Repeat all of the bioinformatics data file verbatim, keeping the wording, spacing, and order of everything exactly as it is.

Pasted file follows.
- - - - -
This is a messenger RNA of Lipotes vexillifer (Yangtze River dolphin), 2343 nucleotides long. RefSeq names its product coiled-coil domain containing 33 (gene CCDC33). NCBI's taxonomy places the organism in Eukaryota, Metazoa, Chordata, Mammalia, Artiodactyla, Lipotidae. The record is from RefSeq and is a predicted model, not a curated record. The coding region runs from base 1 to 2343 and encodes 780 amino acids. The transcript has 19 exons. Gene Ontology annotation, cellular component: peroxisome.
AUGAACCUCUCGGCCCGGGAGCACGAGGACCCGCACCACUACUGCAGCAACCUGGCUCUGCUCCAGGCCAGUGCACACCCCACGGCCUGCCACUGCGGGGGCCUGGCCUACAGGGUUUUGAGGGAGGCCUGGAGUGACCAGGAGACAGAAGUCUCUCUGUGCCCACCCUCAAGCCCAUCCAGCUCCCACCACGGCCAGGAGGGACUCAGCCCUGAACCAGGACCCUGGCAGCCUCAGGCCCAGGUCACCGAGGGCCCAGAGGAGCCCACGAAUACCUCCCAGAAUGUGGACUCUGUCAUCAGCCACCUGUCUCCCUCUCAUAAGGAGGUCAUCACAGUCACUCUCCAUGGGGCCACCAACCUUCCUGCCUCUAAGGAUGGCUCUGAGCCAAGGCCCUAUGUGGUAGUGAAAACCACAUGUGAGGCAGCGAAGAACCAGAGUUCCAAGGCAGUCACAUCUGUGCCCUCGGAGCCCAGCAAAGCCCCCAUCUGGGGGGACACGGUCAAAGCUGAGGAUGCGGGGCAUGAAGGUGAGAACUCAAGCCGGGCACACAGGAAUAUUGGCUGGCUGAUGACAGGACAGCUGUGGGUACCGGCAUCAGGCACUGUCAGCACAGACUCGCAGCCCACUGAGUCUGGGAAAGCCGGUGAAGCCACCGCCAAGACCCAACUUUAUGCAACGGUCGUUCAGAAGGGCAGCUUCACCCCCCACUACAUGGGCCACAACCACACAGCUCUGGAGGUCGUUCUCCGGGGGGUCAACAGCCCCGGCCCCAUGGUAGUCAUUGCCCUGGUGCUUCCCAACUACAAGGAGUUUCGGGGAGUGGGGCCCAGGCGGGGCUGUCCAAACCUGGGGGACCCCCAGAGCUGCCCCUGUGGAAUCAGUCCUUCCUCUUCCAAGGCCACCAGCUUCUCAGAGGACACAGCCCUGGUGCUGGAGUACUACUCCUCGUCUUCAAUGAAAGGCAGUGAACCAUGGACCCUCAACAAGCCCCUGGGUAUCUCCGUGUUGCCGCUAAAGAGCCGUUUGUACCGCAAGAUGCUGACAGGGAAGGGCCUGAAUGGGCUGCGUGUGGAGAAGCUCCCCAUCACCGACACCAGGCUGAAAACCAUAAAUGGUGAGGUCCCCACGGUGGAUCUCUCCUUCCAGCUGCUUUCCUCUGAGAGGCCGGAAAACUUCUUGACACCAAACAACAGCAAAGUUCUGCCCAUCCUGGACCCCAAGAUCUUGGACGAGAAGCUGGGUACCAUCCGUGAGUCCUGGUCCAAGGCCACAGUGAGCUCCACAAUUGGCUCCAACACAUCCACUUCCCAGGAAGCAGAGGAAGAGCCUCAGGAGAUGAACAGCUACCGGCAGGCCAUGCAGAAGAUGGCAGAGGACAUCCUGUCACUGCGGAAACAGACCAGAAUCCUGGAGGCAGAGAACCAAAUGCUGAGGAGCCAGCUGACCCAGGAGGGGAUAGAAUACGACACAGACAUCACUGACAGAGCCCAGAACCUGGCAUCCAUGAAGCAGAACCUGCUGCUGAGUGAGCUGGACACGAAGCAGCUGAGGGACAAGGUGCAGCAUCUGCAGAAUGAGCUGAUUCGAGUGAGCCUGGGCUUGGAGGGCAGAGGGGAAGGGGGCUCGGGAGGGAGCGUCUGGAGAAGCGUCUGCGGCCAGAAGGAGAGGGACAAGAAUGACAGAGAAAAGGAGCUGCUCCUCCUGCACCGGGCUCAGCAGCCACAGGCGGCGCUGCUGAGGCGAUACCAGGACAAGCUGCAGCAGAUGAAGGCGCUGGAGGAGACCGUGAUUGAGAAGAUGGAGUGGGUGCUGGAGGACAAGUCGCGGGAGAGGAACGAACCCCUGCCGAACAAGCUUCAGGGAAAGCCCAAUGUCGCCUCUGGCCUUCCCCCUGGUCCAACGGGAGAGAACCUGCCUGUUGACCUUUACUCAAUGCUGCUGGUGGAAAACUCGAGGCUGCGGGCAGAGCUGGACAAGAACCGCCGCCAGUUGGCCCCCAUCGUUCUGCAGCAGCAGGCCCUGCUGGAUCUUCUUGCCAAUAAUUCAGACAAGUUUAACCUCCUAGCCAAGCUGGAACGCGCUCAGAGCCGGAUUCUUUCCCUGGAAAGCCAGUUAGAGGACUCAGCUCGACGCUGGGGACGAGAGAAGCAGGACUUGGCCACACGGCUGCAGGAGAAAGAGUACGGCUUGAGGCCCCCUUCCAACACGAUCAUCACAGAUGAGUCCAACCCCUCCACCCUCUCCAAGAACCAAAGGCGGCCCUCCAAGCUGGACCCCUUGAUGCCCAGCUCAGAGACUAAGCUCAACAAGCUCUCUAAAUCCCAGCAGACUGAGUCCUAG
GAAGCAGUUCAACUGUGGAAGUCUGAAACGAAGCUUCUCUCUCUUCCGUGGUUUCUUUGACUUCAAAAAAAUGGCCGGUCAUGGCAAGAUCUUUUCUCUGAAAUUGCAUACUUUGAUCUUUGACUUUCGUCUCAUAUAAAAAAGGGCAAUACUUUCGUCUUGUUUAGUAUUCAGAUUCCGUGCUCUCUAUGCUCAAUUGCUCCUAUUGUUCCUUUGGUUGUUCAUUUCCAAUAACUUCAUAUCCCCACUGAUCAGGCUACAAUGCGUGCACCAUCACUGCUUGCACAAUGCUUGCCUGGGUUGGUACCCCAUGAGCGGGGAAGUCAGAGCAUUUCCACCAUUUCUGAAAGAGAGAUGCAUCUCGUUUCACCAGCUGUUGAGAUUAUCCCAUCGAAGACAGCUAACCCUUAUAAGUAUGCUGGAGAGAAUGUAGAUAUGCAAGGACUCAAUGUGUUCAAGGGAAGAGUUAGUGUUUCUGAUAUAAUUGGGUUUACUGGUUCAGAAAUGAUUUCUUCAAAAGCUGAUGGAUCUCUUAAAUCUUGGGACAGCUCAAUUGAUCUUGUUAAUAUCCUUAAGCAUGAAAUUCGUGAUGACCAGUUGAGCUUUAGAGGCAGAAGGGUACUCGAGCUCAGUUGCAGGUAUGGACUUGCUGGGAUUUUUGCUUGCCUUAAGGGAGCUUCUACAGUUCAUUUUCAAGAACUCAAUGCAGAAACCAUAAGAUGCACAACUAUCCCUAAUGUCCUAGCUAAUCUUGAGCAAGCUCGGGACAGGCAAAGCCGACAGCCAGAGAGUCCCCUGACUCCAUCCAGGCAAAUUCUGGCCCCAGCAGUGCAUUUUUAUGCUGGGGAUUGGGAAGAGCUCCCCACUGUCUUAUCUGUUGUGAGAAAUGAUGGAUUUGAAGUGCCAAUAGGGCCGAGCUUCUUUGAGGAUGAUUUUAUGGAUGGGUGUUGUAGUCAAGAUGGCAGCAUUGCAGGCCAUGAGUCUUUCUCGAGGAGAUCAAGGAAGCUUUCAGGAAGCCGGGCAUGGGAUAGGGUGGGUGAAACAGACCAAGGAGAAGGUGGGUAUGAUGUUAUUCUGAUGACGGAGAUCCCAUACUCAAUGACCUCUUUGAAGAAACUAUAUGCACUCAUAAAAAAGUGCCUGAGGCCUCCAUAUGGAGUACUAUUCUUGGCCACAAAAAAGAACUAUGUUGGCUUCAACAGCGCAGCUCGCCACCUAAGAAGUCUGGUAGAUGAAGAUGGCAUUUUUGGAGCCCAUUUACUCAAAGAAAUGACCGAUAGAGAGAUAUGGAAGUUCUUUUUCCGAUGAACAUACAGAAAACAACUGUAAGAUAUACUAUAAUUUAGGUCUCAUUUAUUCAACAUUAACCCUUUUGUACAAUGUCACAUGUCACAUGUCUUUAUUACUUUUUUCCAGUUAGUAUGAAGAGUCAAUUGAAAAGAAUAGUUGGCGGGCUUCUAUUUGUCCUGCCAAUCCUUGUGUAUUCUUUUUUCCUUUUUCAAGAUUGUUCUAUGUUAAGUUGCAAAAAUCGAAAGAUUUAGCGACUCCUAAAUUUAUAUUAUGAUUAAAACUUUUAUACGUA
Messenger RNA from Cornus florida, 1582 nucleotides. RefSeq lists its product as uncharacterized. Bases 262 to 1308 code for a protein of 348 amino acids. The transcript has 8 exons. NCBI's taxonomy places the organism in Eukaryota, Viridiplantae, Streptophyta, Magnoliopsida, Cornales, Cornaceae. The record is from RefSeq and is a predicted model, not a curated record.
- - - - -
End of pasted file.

This is a messenger RNA of Lipotes vexillifer (Yangtze River dolphin), 2343 nucleotides long. RefSeq names its product coiled-coil domain containing 33 (gene CCDC33). NCBI's taxonomy places the organism in Eukaryota, Metazoa, Chordata, Mammalia, Artiodactyla, Lipotidae. The record is from RefSeq and is a predicted model, not a curated record. The coding region runs from base 1 to 2343 and encodes 780 amino acids. The transcript has 19 exons. Gene Ontology annotation, cellular component: peroxisome.
AUGAACCUCUCGGCCCGGGAGCACGAGGACCCGCACCACUACUGCAGCAACCUGGCUCUGCUCCAGGCCAGUGCACACCCCACGGCCUGCCACUGCGGGGGCCUGGCCUACAGGGUUUUGAGGGAGGCCUGGAGUGACCAGGAGACAGAAGUCUCUCUGUGCCCACCCUCAAGCCCAUCCAGCUCCCACCACGGCCAGGAGGGACUCAGCCCUGAACCAGGACCCUGGCAGCCUCAGGCCCAGGUCACCGAGGGCCCAGAGGAGCCCACGAAUACCUCCCAGAAUGUGGACUCUGUCAUCAGCCACCUGUCUCCCUCUCAUAAGGAGGUCAUCACAGUCACUCUCCAUGGGGCCACCAACCUUCCUGCCUCUAAGGAUGGCUCUGAGCCAAGGCCCUAUGUGGUAGUGAAAACCACAUGUGAGGCAGCGAAGAACCAGAGUUCCAAGGCAGUCACAUCUGUGCCCUCGGAGCCCAGCAAAGCCCCCAUCUGGGGGGACACGGUCAAAGCUGAGGAUGCGGGGCAUGAAGGUGAGAACUCAAGCCGGGCACACAGGAAUAUUGGCUGGCUGAUGACAGGACAGCUGUGGGUACCGGCAUCAGGCACUGUCAGCACAGACUCGCAGCCCACUGAGUCUGGGAAAGCCGGUGAAGCCACCGCCAAGACCCAACUUUAUGCAACGGUCGUUCAGAAGGGCAGCUUCACCCCCCACUACAUGGGCCACAACCACACAGCUCUGGAGGUCGUUCUCCGGGGGGUCAACAGCCCCGGCCCCAUGGUAGUCAUUGCCCUGGUGCUUCCCAACUACAAGGAGUUUCGGGGAGUGGGGCCCAGGCGGGGCUGUCCAAACCUGGGGGACCCCCAGAGCUGCCCCUGUGGAAUCAGUCCUUCCUCUUCCAAGGCCACCAGCUUCUCAGAGGACACAGCCCUGGUGCUGGAGUACUACUCCUCGUCUUCAAUGAAAGGCAGUGAACCAUGGACCCUCAACAAGCCCCUGGGUAUCUCCGUGUUGCCGCUAAAGAGCCGUUUGUACCGCAAGAUGCUGACAGGGAAGGGCCUGAAUGGGCUGCGUGUGGAGAAGCUCCCCAUCACCGACACCAGGCUGAAAACCAUAAAUGGUGAGGUCCCCACGGUGGAUCUCUCCUUCCAGCUGCUUUCCUCUGAGAGGCCGGAAAACUUCUUGACACCAAACAACAGCAAAGUUCUGCCCAUCCUGGACCCCAAGAUCUUGGACGAGAAGCUGGGUACCAUCCGUGAGUCCUGGUCCAAGGCCACAGUGAGCUCCACAAUUGGCUCCAACACAUCCACUUCCCAGGAAGCAGAGGAAGAGCCUCAGGAGAUGAACAGCUACCGGCAGGCCAUGCAGAAGAUGGCAGAGGACAUCCUGUCACUGCGGAAACAGACCAGAAUCCUGGAGGCAGAGAACCAAAUGCUGAGGAGCCAGCUGACCCAGGAGGGGAUAGAAUACGACACAGACAUCACUGACAGAGCCCAGAACCUGGCAUCCAUGAAGCAGAACCUGCUGCUGAGUGAGCUGGACACGAAGCAGCUGAGGGACAAGGUGCAGCAUCUGCAGAAUGAGCUGAUUCGAGUGAGCCUGGGCUUGGAGGGCAGAGGGGAAGGGGGCUCGGGAGGGAGCGUCUGGAGAAGCGUCUGCGGCCAGAAGGAGAGGGACAAGAAUGACAGAGAAAAGGAGCUGCUCCUCCUGCACCGGGCUCAGCAGCCACAGGCGGCGCUGCUGAGGCGAUACCAGGACAAGCUGCAGCAGAUGAAGGCGCUGGAGGAGACCGUGAUUGAGAAGAUGGAGUGGGUGCUGGAGGACAAGUCGCGGGAGAGGAACGAACCCCUGCCGAACAAGCUUCAGGGAAAGCCCAAUGUCGCCUCUGGCCUUCCCCCUGGUCCAACGGGAGAGAACCUGCCUGUUGACCUUUACUCAAUGCUGCUGGUGGAAAACUCGAGGCUGCGGGCAGAGCUGGACAAGAACCGCCGCCAGUUGGCCCCCAUCGUUCUGCAGCAGCAGGCCCUGCUGGAUCUUCUUGCCAAUAAUUCAGACAAGUUUAACCUCCUAGCCAAGCUGGAACGCGCUCAGAGCCGGAUUCUUUCCCUGGAAAGCCAGUUAGAGGACUCAGCUCGACGCUGGGGACGAGAGAAGCAGGACUUGGCCACACGGCUGCAGGAGAAAGAGUACGGCUUGAGGCCCCCUUCCAACACGAUCAUCACAGAUGAGUCCAACCCCUCCACCCUCUCCAAGAACCAAAGGCGGCCCUCCAAGCUGGACCCCUUGAUGCCCAGCUCAGAGACUAAGCUCAACAAGCUCUCUAAAUCCCAGCAGACUGAGUCCUAG
GAAGCAGUUCAACUGUGGAAGUCUGAAACGAAGCUUCUCUCUCUUCCGUGGUUUCUUUGACUUCAAAAAAAUGGCCGGUCAUGGCAAGAUCUUUUCUCUGAAAUUGCAUACUUUGAUCUUUGACUUUCGUCUCAUAUAAAAAAGGGCAAUACUUUCGUCUUGUUUAGUAUUCAGAUUCCGUGCUCUCUAUGCUCAAUUGCUCCUAUUGUUCCUUUGGUUGUUCAUUUCCAAUAACUUCAUAUCCCCACUGAUCAGGCUACAAUGCGUGCACCAUCACUGCUUGCACAAUGCUUGCCUGGGUUGGUACCCCAUGAGCGGGGAAGUCAGAGCAUUUCCACCAUUUCUGAAAGAGAGAUGCAUCUCGUUUCACCAGCUGUUGAGAUUAUCCCAUCGAAGACAGCUAACCCUUAUAAGUAUGCUGGAGAGAAUGUAGAUAUGCAAGGACUCAAUGUGUUCAAGGGAAGAGUUAGUGUUUCUGAUAUAAUUGGGUUUACUGGUUCAGAAAUGAUUUCUUCAAAAGCUGAUGGAUCUCUUAAAUCUUGGGACAGCUCAAUUGAUCUUGUUAAUAUCCUUAAGCAUGAAAUUCGUGAUGACCAGUUGAGCUUUAGAGGCAGAAGGGUACUCGAGCUCAGUUGCAGGUAUGGACUUGCUGGGAUUUUUGCUUGCCUUAAGGGAGCUUCUACAGUUCAUUUUCAAGAACUCAAUGCAGAAACCAUAAGAUGCACAACUAUCCCUAAUGUCCUAGCUAAUCUUGAGCAAGCUCGGGACAGGCAAAGCCGACAGCCAGAGAGUCCCCUGACUCCAUCCAGGCAAAUUCUGGCCCCAGCAGUGCAUUUUUAUGCUGGGGAUUGGGAAGAGCUCCCCACUGUCUUAUCUGUUGUGAGAAAUGAUGGAUUUGAAGUGCCAAUAGGGCCGAGCUUCUUUGAGGAUGAUUUUAUGGAUGGGUGUUGUAGUCAAGAUGGCAGCAUUGCAGGCCAUGAGUCUUUCUCGAGGAGAUCAAGGAAGCUUUCAGGAAGCCGGGCAUGGGAUAGGGUGGGUGAAACAGACCAAGGAGAAGGUGGGUAUGAUGUUAUUCUGAUGACGGAGAUCCCAUACUCAAUGACCUCUUUGAAGAAACUAUAUGCACUCAUAAAAAAGUGCCUGAGGCCUCCAUAUGGAGUACUAUUCUUGGCCACAAAAAAGAACUAUGUUGGCUUCAACAGCGCAGCUCGCCACCUAAGAAGUCUGGUAGAUGAAGAUGGCAUUUUUGGAGCCCAUUUACUCAAAGAAAUGACCGAUAGAGAGAUAUGGAAGUUCUUUUUCCGAUGAACAUACAGAAAACAACUGUAAGAUAUACUAUAAUUUAGGUCUCAUUUAUUCAACAUUAACCCUUUUGUACAAUGUCACAUGUCACAUGUCUUUAUUACUUUUUUCCAGUUAGUAUGAAGAGUCAAUUGAAAAGAAUAGUUGGCGGGCUUCUAUUUGUCCUGCCAAUCCUUGUGUAUUCUUUUUUCCUUUUUCAAGAUUGUUCUAUGUUAAGUUGCAAAAAUCGAAAGAUUUAGCGACUCCUAAAUUUAUAUUAUGAUUAAAACUUUUAUACGUA
Messenger RNA from Cornus florida, 1582 nucleotides. RefSeq lists its product as uncharacterized. Bases 262 to 1308 code for a protein of 348 amino acids. The transcript has 8 exons. NCBI's taxonomy places the organism in Eukaryota, Viridiplantae, Streptophyta, Magnoliopsida, Cornales, Cornaceae. The record is from RefSeq and is a predicted model, not a curated record.